Hi. I just wanted to share a video with other coaster loving folks. And I'm wondering if the Texas Giant is supposed to feel like this. From my perspective it was flying off the tracks and way more jerky and dangerous feeling then it was intended to be. But other people are saying it is supposed to do that and tricks you into thinking it's in disrepair.
I'm confused about what you are saying. It doesn't really fly off the tracks. Otherwise, they would never be able to run it. It's a painful ride!! In fact, I think it's the most painful ride I've been on. The second most painful ride I've been on is the Mega Bounce at Cypress Gardens made by ARM.
The third would be the roller coaster Typhoon that was at Santa's Village. That ride has supposedly moved to a carnival called Ray Cammack Shows.
Six Flags and it's employees do not recommend taking video cameras onto rides. There are a few reasons for that:
1. You might lose it.
2. You might hit yourself with it.
Okay, back to Texas Giant:
That ride really hurts. I don't know why anybody thinks it's fun... people are crazy. I accidentally rode it in the back, bad mistake will never do it again. When we slowed down, maybe even stopped at the midcourse brake, I was serious when I told the "midcourse brake attendant" I wanted off... it was not fun at all.
To go with that, I don't think it's in disrepair, they keep really good care of that ride and all woodies, they have to... woodies require more care and attention than regular coasters. Also woodies are generally more painful. I guess when you combine more painful in general with the excessive speeds, steep drops, and quick turns of Texas Giant you get a combination that many do not appreciate at all.
Somebody who likes this ride please tell me why? And I know people like it... it proudly claims its spot as the Number One Wooden Coaster on the planet (from 1999 I believe)
RollerRat - The trains running on the Texas Giant have both road wheels (the main wheels that run on the top of the track) and up-stop wheels (these are on the underside of the track and "lock" the train to the track to keep it from flying off).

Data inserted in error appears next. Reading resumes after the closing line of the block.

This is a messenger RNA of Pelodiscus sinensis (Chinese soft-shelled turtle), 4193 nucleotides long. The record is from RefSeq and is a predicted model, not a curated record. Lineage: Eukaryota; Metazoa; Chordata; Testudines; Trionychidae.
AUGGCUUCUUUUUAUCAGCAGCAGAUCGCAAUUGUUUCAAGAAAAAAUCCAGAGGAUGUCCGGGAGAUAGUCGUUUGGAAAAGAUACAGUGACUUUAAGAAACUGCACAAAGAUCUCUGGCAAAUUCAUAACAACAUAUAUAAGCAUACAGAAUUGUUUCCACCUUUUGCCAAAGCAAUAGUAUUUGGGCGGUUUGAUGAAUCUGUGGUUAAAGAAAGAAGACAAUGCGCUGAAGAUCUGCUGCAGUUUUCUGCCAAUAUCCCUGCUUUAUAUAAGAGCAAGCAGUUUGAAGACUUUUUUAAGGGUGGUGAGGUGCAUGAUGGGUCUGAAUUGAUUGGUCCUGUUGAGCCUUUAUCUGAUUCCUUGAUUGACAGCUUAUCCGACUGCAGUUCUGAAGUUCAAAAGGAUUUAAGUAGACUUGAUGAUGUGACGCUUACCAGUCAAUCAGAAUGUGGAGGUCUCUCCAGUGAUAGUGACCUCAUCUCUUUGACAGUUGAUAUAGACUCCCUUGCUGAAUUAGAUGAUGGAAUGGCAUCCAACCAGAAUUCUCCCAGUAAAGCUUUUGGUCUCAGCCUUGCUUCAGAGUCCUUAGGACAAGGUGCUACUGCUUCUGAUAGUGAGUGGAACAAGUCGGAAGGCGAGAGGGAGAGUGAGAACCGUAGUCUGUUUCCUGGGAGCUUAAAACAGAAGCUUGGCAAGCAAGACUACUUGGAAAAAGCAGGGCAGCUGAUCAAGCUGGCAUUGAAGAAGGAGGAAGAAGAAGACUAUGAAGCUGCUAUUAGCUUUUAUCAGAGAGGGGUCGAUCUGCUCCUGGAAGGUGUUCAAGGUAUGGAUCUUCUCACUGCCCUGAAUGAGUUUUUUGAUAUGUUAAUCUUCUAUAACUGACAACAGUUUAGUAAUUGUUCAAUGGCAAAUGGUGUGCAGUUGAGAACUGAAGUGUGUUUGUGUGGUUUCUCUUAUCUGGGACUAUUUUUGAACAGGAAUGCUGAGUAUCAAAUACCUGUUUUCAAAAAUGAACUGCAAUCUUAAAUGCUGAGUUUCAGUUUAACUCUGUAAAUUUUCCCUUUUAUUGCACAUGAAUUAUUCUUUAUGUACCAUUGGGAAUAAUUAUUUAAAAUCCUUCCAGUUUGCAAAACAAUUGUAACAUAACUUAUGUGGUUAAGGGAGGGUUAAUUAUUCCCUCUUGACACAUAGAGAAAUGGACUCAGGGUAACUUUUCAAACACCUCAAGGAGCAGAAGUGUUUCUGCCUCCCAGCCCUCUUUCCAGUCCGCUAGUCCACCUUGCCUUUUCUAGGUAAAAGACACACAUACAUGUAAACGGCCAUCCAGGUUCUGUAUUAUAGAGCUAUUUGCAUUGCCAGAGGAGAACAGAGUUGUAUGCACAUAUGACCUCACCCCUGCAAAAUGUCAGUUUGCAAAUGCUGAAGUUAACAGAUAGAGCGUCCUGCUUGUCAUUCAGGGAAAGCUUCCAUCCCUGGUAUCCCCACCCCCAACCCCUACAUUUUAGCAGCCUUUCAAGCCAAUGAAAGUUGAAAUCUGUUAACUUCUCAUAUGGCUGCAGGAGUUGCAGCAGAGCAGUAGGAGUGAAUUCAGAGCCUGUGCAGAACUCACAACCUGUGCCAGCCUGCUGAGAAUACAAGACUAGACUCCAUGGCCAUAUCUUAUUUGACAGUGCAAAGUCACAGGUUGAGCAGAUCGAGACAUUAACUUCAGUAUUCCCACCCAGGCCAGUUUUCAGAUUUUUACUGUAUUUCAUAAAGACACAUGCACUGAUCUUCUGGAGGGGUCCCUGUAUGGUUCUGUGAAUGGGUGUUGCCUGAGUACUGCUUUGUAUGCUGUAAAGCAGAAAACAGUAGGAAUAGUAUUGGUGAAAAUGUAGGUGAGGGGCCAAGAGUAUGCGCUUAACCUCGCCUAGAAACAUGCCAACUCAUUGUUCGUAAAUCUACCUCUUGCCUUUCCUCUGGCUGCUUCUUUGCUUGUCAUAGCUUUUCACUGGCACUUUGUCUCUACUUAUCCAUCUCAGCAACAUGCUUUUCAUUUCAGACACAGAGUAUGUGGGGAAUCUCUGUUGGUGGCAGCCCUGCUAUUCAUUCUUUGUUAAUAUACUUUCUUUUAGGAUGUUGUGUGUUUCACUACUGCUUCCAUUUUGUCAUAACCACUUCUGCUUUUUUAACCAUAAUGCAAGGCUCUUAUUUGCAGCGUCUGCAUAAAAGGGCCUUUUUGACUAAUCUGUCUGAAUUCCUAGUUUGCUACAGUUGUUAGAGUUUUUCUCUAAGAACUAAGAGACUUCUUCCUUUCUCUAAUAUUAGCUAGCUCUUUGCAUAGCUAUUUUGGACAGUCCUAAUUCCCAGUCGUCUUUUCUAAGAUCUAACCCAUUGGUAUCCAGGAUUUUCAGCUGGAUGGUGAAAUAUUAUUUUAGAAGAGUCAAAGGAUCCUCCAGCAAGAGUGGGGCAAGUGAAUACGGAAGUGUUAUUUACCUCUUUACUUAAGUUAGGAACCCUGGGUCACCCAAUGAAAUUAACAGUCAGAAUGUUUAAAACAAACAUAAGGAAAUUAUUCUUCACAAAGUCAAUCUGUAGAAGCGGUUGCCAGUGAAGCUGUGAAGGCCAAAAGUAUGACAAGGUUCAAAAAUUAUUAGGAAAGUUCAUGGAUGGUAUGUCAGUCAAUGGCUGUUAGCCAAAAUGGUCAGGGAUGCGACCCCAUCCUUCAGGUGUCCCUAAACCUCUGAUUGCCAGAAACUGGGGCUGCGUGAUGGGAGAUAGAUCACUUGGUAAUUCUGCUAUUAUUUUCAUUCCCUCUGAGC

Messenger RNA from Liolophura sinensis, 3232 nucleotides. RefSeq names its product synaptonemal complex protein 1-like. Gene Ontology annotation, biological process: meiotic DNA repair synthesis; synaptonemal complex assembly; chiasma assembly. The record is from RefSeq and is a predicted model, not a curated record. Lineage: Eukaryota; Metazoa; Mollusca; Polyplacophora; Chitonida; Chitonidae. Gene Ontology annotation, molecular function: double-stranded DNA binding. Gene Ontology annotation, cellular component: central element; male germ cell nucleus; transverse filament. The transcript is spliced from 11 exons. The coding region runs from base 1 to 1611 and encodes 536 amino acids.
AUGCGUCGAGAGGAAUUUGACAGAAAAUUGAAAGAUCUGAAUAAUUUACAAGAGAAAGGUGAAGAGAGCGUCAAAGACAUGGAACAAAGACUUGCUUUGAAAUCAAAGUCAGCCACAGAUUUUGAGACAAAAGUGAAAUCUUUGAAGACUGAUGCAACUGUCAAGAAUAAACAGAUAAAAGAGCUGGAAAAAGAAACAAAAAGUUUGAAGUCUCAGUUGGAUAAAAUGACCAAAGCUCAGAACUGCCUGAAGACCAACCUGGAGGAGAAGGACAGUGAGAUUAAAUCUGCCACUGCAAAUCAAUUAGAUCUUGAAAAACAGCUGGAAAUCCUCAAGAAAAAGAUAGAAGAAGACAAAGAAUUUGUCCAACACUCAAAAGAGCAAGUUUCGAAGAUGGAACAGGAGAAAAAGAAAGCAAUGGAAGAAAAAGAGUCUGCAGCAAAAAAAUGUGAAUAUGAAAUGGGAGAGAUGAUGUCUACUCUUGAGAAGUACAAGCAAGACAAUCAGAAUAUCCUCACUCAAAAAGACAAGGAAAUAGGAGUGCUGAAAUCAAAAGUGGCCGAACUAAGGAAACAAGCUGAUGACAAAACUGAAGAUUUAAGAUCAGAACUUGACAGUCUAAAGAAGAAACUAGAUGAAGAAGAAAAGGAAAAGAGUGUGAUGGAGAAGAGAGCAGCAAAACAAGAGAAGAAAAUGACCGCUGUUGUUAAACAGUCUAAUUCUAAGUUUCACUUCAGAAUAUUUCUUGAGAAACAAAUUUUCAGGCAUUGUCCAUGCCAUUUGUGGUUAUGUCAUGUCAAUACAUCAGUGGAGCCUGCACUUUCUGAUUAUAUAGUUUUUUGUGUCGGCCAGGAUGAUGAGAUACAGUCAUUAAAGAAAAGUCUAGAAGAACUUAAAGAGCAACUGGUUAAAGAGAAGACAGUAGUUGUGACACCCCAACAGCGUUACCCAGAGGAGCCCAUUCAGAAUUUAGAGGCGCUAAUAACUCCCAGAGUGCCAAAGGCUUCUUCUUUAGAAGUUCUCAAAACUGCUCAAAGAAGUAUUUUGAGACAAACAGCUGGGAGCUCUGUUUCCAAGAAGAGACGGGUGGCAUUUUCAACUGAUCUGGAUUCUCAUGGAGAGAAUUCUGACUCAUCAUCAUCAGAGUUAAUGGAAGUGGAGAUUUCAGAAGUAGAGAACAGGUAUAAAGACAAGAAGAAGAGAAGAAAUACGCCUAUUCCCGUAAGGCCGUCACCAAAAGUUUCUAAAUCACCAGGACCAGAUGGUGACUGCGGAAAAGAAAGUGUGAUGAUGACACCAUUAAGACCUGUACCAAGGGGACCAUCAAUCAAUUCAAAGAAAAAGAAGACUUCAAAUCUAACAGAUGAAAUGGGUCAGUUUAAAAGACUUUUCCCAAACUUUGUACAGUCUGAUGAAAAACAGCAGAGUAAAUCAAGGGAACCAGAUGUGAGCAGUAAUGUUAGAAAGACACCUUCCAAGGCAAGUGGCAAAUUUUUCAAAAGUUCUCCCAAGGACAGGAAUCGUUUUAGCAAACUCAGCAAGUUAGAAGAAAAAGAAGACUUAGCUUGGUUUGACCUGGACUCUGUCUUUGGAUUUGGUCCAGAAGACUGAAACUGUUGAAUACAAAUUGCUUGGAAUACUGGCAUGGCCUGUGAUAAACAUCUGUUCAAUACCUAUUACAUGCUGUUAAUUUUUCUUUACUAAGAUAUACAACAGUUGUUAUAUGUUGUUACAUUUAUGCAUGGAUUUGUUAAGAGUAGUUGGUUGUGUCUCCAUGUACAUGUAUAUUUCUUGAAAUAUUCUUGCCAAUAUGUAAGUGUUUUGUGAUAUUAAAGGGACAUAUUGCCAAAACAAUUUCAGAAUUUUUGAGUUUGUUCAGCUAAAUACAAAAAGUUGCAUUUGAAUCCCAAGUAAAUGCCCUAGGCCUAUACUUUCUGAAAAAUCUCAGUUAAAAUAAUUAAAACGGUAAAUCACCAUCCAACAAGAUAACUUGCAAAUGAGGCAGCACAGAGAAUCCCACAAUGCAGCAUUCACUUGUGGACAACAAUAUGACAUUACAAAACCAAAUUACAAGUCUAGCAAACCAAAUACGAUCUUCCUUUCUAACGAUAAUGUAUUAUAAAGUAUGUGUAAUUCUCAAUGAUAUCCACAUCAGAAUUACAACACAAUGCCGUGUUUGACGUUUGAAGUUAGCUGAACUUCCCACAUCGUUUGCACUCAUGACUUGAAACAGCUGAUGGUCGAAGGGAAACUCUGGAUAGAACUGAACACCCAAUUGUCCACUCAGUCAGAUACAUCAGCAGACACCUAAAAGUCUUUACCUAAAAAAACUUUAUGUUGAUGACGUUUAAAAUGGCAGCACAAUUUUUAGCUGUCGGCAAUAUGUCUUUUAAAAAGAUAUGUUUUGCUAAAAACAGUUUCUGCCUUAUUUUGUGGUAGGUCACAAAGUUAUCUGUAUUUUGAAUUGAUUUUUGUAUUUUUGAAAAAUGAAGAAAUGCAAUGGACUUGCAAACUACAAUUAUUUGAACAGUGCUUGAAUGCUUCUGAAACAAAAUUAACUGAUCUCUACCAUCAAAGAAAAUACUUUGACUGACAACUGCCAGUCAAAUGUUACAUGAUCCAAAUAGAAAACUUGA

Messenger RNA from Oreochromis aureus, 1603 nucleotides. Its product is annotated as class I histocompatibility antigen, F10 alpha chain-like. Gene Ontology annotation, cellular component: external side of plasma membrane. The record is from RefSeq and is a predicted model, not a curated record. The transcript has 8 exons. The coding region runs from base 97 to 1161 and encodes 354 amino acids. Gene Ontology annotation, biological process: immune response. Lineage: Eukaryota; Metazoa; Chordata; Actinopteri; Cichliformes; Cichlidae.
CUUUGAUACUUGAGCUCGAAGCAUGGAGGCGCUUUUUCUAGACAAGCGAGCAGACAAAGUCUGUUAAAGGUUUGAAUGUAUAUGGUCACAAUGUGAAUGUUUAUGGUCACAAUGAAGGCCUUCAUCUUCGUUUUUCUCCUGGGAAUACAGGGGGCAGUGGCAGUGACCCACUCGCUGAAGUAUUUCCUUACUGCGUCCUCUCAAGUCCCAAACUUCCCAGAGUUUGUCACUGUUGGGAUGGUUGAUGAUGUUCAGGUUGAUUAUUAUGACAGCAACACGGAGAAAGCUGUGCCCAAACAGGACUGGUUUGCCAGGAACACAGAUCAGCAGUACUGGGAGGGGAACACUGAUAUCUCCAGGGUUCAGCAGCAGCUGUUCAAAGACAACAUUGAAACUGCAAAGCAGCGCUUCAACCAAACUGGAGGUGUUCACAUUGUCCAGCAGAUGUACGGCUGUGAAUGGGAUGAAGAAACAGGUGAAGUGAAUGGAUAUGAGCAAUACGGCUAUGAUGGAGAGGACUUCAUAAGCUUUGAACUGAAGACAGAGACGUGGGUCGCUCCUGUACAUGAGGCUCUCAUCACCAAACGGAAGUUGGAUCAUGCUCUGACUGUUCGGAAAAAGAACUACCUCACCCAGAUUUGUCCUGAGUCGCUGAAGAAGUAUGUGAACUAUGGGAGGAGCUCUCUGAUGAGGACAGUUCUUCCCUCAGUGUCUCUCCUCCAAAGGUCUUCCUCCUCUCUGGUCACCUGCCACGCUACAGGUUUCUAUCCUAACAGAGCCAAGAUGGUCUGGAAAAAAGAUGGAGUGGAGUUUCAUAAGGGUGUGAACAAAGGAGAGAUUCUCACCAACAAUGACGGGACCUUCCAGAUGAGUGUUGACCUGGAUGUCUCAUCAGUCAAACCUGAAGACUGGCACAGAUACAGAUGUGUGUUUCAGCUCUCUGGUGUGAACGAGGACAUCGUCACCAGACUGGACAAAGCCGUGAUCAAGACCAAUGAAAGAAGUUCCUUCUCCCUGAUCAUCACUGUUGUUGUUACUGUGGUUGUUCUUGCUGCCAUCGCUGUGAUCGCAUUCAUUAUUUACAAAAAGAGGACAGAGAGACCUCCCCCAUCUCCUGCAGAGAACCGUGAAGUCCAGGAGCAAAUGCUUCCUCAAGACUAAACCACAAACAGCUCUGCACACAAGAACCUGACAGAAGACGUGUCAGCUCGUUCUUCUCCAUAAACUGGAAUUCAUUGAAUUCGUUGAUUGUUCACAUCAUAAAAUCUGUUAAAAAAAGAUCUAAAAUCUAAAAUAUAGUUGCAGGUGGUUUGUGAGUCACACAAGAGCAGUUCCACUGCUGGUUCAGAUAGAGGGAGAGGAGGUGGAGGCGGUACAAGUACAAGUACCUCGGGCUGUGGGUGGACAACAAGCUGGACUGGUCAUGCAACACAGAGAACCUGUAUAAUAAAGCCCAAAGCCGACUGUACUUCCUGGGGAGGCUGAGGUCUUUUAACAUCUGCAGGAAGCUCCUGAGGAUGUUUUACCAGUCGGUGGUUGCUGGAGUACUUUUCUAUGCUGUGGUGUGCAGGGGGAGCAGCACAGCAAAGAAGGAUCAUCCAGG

It might feel like it's coming off the track but it is not. What you are feeling are the negative g-forces designed into the ride that give the sensation of floating or rising up off one's seat.
Additionally the ride is equipped with guide wheels, running along the inner side of the track on both sides of the train, which guide the train along the track, and keep the road and up-stop wheels from going off the track.
TG was one of the worst coasters I have ever ridden. I personally feel its getting into the disrepair stage, but thats just me. Watch the train go around the first turn off the first drop and tell me that it doesn't look ridiculously dangerous. One of these days its just gonna pop.
I know wooden coasters flex, and its part of their design blah blah.
It's too bad to hear all these negative comments about Giant. I rode it back in 2004 (doesn't seem like that long ago!) and it was really great. It had been raining all day, so maybe that helped, but I loved the backseat. I remember getting off and thinking this is what Mean Streak SHOULD have been like.
Having just ridden Giant in August, it placed fairly close to the bottom of my list on Mitch's poll this year. I ranked it 81 out of 87 woodies I've ridden. Rough and meandering...I didn't care for it.
I survived a Japanese typhoon and the Togo flat ride of death!!!!!!
Funny, I don't think I've ever seen such a broad range of opinions on a coaster. Giant is in my top 10. Then again, I never rode anywhere but in the front seat, and I don't mind most rough coasters (i.e. I like Togos).
For the record, the camerawork in that video is seizure-inducing, and not just the POV.
For me, the jackhammering at the bottom of the drop was simply unacceptable. That is the only time ever on any roller coaster that my back legitimately hurt. Too bad, because the ride has a great layout...takes the cake for roughest ride though.
"Flying off the tracks" is an effect that can be experienced on many coasters - it's called "airtime" - but no worries, rides are designed to lift you out of the seat and make you feel like you're about to be ejected, it's part of the "out of control" catastrophic aspect of coaster dramaturgy design - that I personally never really liked.
For me, the boundaries between "fake catastrophy" and "that ACTUALLY hurt" have been crossed too often, especially by wood coasters. I've had so many rides on wood coasters that made my spine feel seriously displaced that I am reluctant to even ride one at the moment. They also tend to get rougher and rougher over the years.